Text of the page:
“Paco” Fish Farms Advance Aquaculture in the Peruvian Amazon
February 25, 2021
This February saw the installment of a fish farm that will help generate sustainable livelihoods in the Peruvian Amazon and act as an important food source for local people. Located in the small district of Inambari, Madre de Dios near major conservation areas like the extensive National Tambopata Reserve, this initiative contributes to the development of aquaculture activities by offering low-cost fish feed for the different stages of cultivation of the Piaractus brachypomus fish – commonly known as “Paco” -, as well as other omnivorous Amazonian species. Paco are an important food source for local communities as it has a high protein content. The feed has been put through an ‘extrusion’ method, which means that it has gone through a cooking process that uses high temperatures and pressure for a short period of time.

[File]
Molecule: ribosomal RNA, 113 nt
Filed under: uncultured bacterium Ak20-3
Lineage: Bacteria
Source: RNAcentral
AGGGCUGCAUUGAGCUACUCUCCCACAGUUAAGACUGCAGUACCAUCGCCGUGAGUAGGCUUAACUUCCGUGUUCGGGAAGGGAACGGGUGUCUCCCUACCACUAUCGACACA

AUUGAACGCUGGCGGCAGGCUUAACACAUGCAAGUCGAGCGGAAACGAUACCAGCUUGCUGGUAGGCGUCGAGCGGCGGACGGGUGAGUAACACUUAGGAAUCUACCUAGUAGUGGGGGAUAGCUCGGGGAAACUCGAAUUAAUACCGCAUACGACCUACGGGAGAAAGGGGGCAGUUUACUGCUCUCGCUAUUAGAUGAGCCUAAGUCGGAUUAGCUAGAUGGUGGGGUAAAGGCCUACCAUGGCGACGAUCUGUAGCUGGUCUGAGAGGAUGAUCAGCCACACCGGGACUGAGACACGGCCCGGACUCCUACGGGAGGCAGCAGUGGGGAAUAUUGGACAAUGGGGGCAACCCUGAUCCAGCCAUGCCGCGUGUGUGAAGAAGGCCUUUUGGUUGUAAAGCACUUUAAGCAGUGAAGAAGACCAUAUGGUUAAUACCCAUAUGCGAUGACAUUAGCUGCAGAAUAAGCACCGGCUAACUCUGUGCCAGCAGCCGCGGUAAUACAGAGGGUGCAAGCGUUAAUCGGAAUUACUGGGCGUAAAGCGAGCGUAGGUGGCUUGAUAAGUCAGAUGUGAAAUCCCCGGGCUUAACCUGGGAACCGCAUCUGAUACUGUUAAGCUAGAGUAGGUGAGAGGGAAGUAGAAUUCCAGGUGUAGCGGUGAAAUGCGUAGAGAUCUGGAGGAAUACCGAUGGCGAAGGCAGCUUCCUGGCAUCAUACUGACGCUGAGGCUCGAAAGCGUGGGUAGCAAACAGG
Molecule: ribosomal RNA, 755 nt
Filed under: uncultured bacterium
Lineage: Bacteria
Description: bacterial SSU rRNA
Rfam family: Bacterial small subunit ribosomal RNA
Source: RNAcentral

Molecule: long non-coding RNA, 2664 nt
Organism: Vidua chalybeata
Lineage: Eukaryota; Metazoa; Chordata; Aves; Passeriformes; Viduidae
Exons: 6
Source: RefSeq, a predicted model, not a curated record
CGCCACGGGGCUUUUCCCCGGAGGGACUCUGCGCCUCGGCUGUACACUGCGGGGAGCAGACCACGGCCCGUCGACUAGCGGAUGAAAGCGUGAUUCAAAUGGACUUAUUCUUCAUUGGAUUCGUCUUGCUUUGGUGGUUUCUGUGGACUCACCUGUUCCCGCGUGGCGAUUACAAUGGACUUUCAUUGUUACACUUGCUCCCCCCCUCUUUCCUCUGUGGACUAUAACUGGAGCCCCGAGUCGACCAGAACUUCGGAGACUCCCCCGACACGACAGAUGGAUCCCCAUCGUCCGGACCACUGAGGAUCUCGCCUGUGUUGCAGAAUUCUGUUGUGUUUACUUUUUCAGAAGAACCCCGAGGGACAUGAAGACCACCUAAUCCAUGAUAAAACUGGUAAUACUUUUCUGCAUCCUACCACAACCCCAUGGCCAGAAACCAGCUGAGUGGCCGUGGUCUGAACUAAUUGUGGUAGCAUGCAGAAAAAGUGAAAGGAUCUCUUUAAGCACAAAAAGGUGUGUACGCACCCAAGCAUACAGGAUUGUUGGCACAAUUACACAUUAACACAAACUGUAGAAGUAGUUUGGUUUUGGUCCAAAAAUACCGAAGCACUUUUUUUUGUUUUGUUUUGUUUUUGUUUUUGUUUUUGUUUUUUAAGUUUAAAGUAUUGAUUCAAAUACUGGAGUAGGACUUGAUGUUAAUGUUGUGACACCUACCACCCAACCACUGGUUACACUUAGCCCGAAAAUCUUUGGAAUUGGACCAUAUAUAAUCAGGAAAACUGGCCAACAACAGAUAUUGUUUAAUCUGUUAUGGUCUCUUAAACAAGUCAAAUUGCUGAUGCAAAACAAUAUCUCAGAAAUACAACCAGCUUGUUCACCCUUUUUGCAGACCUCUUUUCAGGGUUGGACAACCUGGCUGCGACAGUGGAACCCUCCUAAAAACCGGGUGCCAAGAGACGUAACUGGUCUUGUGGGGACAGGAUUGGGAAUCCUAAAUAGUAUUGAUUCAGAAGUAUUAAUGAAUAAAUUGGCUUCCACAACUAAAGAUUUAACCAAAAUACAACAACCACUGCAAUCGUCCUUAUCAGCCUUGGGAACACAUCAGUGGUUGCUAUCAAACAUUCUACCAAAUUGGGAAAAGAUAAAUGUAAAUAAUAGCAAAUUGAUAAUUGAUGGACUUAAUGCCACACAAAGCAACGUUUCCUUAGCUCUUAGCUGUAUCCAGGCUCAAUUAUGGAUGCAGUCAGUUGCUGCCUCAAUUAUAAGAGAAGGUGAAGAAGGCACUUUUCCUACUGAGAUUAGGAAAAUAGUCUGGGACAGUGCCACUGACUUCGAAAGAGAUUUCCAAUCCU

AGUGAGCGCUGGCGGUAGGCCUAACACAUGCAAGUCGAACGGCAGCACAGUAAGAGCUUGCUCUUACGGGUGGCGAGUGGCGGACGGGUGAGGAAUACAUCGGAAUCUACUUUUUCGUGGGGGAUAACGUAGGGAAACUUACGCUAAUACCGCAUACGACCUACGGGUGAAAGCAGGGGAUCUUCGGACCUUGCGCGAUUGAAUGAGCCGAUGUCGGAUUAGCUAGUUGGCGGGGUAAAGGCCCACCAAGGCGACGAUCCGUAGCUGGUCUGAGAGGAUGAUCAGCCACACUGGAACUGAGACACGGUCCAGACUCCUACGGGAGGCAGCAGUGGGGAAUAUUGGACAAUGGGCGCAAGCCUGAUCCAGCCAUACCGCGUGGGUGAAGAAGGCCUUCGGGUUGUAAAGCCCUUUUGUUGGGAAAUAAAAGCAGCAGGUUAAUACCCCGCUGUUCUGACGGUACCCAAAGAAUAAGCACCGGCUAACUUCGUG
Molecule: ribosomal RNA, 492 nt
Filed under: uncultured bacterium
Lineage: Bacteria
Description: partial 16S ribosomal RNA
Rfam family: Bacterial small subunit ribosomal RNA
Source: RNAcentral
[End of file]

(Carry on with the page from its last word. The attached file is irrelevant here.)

The idea for this initiative began with a local association of aquaculturists (called Asociación de Acuicultores de Primavera Alta y Primavera Baja) when they saw the need to lower the costs of running sustainable fish farms to make them better alternatives to other forms of livelihoods that may destroy the rainforest. Thanks to financing by Amazon Conservation and the Peruvian government’s National Program for Innovation in Fisheries and Agriculture (PNIPA), this association is now able to feed their paco fish farms at a lower cost, also showing their neighboring communities that conservation and sustainable living can be done.
This is one of the many ways our Alliance is promoting sustainable livelihoods and food security for people who call the Amazon home.